When Z stated her house was actually 3000 sq feet and the pay was the same, Z
attempted to modify the contract.
Additional Consideration for Modification
Consideration defined supra.
Because there was additional cleaning to be done 500 sq feet C would have more
cleaning to do. Additional work would be legal consideration. C is being paid by the
hour ($35). Because cleaning additional areas would take longer, C would be paid
more.
Therefore this modification would have consideration.
Assent to Modification
When Z told C that she wanted to modify the contract, C said, “Let me think a
moment”. Let me think is not an outward appearance to agree to the modification
and therefore C is not bound to the modification at this point.
When Z called C back C stated, “I agree to clean for you on the terms you
described. An extra 500 sq ft does not matter to me.” C assented to the modification
and the modification therefore became valid.
Timeliness and Mode of Acceptance of Modification
Defined supra.
Z stated she had another call and would call C right back. Upon calling C right back,
C accepted the modification. Therefore the mode and timeliness of the acceptance
of the modification were valid.
The modification of the contract is valid for the reasons discussed supra.
Revocation of an Offer
An offer may be terminated by communicating to the offeree prior to acceptance.
Z will argue that she terminated the offer when she stated she changed her mind
and would do her own cleaning. Because the offer had already been accepted
(discussed supra) Z cannot terminate the offer.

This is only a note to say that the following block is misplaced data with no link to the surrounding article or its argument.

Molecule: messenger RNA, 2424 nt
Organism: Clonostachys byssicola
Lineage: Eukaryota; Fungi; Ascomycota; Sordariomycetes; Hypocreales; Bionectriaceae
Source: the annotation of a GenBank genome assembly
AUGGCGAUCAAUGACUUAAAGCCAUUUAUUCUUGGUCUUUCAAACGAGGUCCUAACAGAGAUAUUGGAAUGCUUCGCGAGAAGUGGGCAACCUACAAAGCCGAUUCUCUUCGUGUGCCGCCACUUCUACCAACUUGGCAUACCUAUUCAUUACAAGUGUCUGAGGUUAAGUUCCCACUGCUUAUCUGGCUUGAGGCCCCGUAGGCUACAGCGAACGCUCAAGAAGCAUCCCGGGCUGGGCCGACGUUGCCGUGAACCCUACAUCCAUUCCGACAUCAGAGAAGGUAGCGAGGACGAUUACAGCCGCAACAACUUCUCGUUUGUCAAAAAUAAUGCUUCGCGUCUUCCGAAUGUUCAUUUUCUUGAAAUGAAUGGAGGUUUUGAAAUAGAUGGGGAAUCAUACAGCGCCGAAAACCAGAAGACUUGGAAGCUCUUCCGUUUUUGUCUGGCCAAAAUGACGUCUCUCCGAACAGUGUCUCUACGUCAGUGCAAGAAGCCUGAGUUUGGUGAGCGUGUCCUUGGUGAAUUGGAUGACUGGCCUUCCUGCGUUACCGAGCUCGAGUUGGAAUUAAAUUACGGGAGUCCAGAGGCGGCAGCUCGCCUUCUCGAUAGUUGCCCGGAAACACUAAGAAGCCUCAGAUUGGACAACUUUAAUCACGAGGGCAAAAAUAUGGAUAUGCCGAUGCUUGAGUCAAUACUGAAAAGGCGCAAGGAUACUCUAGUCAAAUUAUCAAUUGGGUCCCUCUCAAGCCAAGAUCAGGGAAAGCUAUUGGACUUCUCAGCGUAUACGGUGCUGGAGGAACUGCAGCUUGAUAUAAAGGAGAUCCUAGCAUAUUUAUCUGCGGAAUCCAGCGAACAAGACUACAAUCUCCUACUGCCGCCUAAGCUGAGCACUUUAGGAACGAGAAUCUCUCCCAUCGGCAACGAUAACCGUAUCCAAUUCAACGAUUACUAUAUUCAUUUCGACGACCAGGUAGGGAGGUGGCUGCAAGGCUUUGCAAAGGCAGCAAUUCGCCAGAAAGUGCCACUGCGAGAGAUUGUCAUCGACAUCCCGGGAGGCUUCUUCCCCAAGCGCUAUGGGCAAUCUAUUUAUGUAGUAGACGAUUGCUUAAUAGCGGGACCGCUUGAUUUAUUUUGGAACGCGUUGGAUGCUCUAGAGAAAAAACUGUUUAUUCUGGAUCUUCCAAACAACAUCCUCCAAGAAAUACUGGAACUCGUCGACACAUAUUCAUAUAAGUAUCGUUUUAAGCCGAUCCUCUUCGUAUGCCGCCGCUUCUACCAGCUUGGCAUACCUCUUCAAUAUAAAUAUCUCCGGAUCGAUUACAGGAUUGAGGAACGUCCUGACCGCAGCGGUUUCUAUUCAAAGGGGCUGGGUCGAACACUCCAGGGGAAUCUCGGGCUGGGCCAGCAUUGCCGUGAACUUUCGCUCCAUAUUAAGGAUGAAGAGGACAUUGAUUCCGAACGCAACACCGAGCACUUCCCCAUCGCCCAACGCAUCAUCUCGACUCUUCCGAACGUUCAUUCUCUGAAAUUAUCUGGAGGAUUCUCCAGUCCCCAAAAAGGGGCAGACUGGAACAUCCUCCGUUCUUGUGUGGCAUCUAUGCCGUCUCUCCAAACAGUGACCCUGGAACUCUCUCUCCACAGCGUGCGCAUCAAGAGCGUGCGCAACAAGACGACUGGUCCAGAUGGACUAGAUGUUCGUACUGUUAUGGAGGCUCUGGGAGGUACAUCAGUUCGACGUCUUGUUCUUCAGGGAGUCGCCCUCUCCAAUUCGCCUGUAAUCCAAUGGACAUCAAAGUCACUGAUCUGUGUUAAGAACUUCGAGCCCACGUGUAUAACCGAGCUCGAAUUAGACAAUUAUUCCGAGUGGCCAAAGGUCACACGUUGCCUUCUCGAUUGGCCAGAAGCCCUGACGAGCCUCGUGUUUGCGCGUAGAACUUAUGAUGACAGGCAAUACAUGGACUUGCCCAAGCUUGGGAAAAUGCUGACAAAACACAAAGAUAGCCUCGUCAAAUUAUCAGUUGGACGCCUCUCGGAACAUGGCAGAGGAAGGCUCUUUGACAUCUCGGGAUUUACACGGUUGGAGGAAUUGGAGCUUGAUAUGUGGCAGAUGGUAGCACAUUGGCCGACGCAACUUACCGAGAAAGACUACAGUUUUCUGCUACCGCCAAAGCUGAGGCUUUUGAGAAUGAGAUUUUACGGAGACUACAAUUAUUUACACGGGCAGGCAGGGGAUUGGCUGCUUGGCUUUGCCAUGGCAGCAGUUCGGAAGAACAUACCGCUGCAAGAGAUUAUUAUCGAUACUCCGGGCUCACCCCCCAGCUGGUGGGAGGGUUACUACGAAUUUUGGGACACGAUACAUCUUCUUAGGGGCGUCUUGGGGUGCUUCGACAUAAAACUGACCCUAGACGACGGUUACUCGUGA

Breach
A breach occurs when one side to a contract does not perform. A breach may be
major (goes to the heart of the contract) or may be minor.
Anticipatory Repudiation
When a party to a contract states clearly (through words or actions) they will not
perform under the contract, the other party may treat the repudiation as a breach.
When Z stated she changed her mind, Z effectively said she was not going to
perform under the contract. Because cleaning the house was the heart of the
contract, this would be seen as a major breach.
C would be excused from his promise to clean.
Good Faith
A party to a contract may not make performance impossible and enforce the
contract. Therefore Z does not have a claim of breach.
Expectation Damages
A party to a contract is entitled to the benefit he would have received had the
contract been performed.
Here C would be entitled to $35 times the number of hours it would have taken to
clean the house (as the modified contract stated) minus any expenses he would
have had in cleaning the house.